Quinn Emanuel recently achieved a complete victory for Samsung Electronics Co. in the New York Appellate Division, First Department, which reversed a $115 million judgment that had been entered against Samsung before we were retained for the appeal. In 2007, Samsung had entered into a series of contracts creating a patent pool for licensing patented digital television transmission technologies. While the pool had a ten-year term, the licensors expressly bargained for the right to leave the pool any time after five years, an option that made business sense given how rapidly television technology changes. Samsung exercised that early termination right in 2015, but MPEG LA, the pool administrator, refused to accept it and sued Samsung for breach of contract and more than $100 million in damages for failure to pay royalties from 2015 to 2017.
The case turned on the interplay of termination provisions in two related contracts, each of which gave Samsung “the right … to terminate with respect to itself all but not less than all” of the relevant contracts. One of the provisions, governing the agreement among the companies in the pool, expressly allowed unilateral voluntary termination after five years, subject to a sliding scale of financial penalties for doing so. The other provision allowed the pool members to fire the MPEG administrator collectively for various reasons, but had no early voluntary unilateral termination provision. The trial court accepted MPEG’s argument that the agreements unambiguously prohibited Samsung’s termination and entered a $115 million judgment against Samsung.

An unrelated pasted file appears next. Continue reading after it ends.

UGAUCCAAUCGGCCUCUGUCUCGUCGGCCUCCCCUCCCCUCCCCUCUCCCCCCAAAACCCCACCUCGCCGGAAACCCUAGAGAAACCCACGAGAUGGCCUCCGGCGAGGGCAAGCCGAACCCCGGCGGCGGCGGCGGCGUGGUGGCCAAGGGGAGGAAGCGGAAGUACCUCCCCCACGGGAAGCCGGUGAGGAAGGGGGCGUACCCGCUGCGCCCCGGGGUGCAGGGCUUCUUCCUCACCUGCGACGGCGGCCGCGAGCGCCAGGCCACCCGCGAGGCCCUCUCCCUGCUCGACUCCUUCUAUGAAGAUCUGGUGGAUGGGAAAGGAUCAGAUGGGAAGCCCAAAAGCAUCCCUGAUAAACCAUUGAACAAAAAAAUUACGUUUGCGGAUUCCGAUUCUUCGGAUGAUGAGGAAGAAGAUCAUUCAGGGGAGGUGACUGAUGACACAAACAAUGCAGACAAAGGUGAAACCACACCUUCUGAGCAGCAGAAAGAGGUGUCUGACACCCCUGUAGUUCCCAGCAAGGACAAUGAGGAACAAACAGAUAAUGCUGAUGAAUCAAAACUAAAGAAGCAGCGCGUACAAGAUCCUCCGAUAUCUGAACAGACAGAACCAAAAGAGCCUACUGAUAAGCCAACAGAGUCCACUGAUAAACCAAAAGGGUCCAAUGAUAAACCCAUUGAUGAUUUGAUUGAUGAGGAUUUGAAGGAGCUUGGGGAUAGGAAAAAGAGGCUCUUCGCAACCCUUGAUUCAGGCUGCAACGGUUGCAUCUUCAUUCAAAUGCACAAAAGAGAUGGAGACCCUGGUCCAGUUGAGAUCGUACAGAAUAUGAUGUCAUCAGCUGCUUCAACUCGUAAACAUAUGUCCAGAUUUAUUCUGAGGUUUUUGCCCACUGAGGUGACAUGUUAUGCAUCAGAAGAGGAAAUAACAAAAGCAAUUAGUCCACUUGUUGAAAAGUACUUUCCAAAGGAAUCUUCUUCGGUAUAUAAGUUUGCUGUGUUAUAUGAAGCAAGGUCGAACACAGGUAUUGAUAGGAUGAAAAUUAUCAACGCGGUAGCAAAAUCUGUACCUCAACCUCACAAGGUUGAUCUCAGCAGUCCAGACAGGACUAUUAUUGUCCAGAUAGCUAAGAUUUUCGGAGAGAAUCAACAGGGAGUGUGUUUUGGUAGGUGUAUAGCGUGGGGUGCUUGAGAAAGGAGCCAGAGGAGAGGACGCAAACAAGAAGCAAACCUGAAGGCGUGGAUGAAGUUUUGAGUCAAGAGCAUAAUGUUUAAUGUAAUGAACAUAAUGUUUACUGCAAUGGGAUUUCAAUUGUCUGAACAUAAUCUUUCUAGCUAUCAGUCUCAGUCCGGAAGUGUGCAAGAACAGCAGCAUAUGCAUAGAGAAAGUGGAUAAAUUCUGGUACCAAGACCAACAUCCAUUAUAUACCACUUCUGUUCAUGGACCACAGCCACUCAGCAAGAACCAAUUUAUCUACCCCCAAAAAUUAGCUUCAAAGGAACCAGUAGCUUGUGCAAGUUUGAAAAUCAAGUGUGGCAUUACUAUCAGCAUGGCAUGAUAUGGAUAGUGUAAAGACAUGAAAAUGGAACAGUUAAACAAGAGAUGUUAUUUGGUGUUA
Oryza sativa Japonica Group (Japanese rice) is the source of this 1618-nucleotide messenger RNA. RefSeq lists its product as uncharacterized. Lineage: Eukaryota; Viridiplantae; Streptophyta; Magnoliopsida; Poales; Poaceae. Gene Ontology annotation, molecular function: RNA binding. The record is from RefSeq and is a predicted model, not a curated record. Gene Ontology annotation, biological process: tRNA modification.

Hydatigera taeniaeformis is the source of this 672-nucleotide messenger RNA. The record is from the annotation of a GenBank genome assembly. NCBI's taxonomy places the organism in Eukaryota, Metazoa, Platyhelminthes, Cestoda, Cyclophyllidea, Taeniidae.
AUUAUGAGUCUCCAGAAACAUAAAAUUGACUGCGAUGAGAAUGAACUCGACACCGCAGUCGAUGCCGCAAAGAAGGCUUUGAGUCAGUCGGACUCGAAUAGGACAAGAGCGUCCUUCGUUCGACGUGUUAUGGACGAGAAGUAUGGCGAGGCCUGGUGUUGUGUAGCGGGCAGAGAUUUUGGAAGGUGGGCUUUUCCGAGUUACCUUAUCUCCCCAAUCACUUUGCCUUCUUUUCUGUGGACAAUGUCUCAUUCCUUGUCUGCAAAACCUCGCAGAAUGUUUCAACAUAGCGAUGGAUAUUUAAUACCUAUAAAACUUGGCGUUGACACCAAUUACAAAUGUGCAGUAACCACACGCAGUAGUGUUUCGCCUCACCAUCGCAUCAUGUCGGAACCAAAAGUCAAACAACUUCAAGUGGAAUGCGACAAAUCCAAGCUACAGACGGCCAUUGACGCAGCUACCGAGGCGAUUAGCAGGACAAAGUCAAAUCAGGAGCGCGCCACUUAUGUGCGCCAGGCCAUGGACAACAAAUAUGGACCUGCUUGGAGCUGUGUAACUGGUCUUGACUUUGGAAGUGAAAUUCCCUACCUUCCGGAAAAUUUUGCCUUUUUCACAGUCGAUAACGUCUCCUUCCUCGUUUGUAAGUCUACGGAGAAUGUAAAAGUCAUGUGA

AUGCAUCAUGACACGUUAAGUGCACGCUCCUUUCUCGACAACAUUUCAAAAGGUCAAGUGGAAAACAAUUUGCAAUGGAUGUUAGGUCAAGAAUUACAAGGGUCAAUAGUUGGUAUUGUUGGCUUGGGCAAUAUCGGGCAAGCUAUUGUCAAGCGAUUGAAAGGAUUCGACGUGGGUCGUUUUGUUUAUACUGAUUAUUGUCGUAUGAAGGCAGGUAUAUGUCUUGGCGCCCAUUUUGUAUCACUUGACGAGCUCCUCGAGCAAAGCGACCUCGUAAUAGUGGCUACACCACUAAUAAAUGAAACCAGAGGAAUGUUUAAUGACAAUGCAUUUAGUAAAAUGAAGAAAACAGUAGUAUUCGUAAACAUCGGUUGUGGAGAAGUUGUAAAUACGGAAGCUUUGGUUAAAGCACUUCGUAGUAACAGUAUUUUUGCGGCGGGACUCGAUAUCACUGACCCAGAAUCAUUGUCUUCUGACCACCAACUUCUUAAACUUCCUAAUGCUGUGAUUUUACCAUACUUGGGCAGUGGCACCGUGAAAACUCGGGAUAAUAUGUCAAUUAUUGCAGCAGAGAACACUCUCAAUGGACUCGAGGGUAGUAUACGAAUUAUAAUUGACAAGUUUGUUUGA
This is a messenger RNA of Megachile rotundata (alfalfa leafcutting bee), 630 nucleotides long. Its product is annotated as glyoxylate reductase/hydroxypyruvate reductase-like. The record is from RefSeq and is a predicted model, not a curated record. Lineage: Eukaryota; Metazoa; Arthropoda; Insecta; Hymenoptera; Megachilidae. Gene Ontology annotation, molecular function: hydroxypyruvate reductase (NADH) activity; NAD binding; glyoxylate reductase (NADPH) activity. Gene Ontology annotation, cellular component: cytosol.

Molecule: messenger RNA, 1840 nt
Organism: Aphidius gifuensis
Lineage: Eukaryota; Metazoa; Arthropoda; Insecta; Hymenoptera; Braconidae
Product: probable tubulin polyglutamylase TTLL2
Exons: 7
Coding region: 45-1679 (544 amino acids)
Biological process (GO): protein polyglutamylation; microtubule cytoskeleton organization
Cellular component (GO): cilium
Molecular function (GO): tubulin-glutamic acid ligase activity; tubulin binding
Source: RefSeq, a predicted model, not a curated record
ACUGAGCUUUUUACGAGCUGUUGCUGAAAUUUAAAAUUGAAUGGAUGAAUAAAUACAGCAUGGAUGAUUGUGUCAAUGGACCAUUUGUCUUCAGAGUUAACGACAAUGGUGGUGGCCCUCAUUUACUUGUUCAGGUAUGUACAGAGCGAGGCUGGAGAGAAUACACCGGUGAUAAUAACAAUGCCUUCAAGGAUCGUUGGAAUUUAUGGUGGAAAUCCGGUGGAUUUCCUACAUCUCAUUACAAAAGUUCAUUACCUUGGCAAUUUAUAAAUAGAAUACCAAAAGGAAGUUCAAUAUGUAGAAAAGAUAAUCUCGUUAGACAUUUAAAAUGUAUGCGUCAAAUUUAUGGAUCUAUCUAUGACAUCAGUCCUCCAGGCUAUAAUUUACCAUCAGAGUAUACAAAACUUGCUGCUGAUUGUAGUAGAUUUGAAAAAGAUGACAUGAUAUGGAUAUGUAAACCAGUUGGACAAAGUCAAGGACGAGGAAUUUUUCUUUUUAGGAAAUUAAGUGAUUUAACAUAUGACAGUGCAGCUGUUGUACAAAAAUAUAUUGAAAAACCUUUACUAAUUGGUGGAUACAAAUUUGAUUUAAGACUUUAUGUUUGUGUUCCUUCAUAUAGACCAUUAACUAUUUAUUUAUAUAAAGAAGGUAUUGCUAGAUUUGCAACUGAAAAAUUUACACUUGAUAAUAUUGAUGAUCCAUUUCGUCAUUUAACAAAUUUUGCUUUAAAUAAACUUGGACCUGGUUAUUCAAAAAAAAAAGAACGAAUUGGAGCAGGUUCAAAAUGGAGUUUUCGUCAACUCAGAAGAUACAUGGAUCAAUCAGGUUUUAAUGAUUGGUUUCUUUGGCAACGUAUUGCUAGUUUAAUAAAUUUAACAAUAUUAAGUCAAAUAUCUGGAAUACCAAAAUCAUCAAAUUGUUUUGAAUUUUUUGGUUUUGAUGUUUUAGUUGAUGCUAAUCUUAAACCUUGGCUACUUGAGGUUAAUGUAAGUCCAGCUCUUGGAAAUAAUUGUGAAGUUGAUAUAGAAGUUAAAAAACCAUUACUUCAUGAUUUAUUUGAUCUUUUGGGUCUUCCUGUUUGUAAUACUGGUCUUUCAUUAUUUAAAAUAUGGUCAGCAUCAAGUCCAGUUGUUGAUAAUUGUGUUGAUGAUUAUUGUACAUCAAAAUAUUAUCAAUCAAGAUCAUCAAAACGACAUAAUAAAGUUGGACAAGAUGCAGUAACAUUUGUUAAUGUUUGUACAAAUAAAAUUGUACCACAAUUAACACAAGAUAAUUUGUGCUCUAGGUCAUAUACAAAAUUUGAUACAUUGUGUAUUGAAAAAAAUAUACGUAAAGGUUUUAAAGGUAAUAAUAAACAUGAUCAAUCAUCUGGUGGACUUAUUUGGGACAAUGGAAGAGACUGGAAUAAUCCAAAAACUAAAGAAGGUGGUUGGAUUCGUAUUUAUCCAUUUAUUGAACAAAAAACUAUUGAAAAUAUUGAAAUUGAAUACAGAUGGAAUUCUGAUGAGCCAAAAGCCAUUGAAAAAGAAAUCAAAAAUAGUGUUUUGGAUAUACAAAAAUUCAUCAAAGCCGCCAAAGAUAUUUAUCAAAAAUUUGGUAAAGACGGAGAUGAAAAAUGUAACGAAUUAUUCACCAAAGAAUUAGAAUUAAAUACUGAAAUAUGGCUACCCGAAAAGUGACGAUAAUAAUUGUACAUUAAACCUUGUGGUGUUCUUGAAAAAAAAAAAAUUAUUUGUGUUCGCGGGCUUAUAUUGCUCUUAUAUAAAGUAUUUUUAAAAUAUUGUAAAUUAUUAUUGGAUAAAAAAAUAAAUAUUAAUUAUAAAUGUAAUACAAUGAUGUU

On appeal, the Appellate Division reversed, agreeing with Quinn Emanuel that the contracts unambiguously authorized Samsung to make a voluntary early exit from the pool in any of years 2012 to 2017. In a careful decision that tracked Quinn Emanuel’s arguments, the court held that the two termination provisions are not inconsistent but instead “simply apply to different situations,” and rejected MPEG’s interpretation because it provided no opportunity for a pre-2017 unilateral termination and thus rendered superfluous the early termination provision, and the financial penalties associated with it. The court therefore held Samsung’s 2015 early termination entirely proper and ordered that MPEG’s claims be dismissed in their entirety.
The decision is not only a significant win for Samsung in its long-running battle with MPEG LA, but also reaffirms the power of de novo review of contract interpretation by an appellate court. We aimed in this case for a full reversal, and not merely a remand to the trial court to consider extrinsic evidence about the parties’ expectations. In so doing, we made the contracts speak as simply as possible for themselves, and the result was a stunning reversal in Samsung’s favor.